Late August, Arizona Secretary of State Adrian Fontes said he could not remove President Trump’s name from the ballot under state law, while also calling the law “stupid” because of its broad coverage.

Last week, Minnesota Secretary of State Steve Simon similarly said on NPR that this was also not something he had the authority to do, saying the state law instead allows “any individual” to bring forth a petition, after which a judge could rule to strike a candidate from the ballot. Four days later, a liberal group filed such a suit.

Earlier, such a petition was thrown out in Florida after an Obama-appointed judge said she lacked jurisdiction.

In Colorado, a petition is still pending. Meanwhile, legal experts arguing for both sides of the issue.

Debate in New Hampshire

In recent days, arguments over disqualifying President Trump in the early primary state reached new heights.

A New Hampshire attorney, Bryant Messner, had brought the idea to Mr. Scanlan last month, leading to politicians voicing their support for or against the idea. Mr. Scanlan maintained that it was a decision for the courts, but by Tuesday, Sept. 12, the Trump Campaign sent a letter to his office signed by 81 New Hampshire state officials and former U.S. Senator Bob Smith.

“There is no legal basis for these claims to hold up in any legitimate court of law,” they wrote. “The opinions of those perpetuating this fraud against the will of the people are nothing more than a blatant attempt to affront democracy and disenfranchise all voters and the former President.”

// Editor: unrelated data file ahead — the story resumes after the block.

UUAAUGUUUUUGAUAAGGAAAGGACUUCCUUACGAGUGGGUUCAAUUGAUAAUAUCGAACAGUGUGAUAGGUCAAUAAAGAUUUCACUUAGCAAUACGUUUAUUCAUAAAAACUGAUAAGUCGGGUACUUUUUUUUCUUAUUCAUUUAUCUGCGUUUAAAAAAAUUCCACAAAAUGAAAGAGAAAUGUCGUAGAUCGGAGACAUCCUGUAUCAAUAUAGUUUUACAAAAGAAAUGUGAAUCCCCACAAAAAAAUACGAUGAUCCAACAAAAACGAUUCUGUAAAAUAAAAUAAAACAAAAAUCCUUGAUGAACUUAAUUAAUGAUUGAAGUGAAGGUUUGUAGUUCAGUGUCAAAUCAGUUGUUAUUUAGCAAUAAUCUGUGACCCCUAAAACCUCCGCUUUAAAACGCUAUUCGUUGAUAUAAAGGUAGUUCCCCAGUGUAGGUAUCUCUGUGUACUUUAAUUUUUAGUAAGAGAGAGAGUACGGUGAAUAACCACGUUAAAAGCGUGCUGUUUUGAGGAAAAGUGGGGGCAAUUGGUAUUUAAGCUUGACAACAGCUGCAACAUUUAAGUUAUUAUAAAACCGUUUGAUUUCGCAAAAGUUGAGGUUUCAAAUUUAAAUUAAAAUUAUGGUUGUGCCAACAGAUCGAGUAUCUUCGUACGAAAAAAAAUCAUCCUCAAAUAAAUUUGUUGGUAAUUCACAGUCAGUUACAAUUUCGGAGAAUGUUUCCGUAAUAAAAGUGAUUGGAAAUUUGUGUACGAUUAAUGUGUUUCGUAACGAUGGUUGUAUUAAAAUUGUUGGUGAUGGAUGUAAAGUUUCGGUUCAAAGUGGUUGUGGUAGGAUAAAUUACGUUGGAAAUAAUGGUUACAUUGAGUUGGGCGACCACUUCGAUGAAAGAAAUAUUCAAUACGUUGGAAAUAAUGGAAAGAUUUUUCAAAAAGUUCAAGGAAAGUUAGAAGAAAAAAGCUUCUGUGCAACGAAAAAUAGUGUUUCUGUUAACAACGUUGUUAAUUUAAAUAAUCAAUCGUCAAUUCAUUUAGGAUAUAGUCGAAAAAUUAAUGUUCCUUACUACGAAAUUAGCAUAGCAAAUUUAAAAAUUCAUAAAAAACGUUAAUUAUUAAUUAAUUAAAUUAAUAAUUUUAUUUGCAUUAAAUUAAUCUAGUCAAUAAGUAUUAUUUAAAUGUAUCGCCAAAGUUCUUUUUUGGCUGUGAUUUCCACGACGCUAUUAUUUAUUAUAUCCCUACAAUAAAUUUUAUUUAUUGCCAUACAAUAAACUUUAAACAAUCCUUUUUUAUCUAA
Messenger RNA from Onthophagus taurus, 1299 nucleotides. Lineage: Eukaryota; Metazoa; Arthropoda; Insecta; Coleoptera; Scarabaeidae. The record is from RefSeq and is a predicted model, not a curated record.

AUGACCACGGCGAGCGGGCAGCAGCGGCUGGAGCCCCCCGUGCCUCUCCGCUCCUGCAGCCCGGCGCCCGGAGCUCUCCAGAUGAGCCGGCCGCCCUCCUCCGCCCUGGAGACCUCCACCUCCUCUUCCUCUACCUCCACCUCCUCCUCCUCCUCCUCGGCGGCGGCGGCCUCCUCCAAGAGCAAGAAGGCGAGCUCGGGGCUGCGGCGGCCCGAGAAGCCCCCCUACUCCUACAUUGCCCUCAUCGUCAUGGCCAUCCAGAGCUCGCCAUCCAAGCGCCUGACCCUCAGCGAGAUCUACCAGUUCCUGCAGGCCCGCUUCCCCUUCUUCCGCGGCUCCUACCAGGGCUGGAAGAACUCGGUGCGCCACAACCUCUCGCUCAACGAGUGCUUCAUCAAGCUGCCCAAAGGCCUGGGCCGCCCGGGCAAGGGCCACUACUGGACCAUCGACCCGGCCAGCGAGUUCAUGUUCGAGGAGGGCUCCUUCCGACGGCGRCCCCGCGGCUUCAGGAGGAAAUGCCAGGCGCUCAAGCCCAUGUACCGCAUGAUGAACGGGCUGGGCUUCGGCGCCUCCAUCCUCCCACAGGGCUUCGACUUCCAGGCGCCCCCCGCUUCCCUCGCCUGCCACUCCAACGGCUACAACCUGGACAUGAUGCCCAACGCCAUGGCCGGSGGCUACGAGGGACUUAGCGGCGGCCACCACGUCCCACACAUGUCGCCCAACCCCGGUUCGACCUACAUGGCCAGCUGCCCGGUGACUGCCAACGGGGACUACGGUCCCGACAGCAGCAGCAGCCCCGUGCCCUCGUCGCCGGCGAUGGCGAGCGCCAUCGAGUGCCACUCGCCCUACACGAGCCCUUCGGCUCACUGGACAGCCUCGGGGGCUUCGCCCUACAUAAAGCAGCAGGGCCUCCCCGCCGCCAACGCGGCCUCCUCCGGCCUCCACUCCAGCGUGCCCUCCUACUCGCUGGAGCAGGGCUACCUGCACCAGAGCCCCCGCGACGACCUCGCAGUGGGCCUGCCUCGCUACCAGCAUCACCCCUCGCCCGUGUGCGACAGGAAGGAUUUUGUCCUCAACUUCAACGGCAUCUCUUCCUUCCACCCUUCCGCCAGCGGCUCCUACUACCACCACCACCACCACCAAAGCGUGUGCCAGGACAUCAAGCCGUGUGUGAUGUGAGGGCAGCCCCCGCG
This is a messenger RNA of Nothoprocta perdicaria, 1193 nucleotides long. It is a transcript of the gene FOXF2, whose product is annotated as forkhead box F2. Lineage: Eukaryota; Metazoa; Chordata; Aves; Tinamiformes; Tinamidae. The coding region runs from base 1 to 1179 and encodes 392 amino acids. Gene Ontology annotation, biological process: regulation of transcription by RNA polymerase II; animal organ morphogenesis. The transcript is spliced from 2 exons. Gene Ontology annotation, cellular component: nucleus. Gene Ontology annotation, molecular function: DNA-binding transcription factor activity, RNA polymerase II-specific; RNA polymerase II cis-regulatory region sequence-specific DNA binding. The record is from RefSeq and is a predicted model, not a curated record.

They dismissed the 14th Amendment strategy as a political attack and “absurd conspiracy theory,” urging New Hampshire to live up to its historic patriotism by invoking the 1776 revolution.

‘Dangerous’ Precedent

The groups arguing that President Trump participated in an “insurrection” point to the Jan. 6, 2021, Capitol breach events and typically describe the motivations and events of the day in loaded terms. The Colorado petition cast it as a racially motivated event where black police officers were targeted, and the Minnesota petition called those present “attackers” and “the mob.”

Last month, President Trump was indicted for his contest of the 2020 election results in relation to his actions on Jan. 6.

However, the indictment does charge him with insurrection, rebellion, or even inciting violence.

George Washington University law professor Jonathan Turley says the theory that the former president would then be disqualified from holding office is “not simply dubious but dangerous.”

“The amendment was written to deal with those who engage in an actual rebellion causing hundreds of thousands of deaths,” Mr. Turley told Fox News. “Advocates would extend the reference to ‘insurrection or rebellion’ to include unsupported claims and challenges involving election fraud.”

He pointed out that President Trump has not been charged with any of the things the advocates are accusing him of, much less convicted.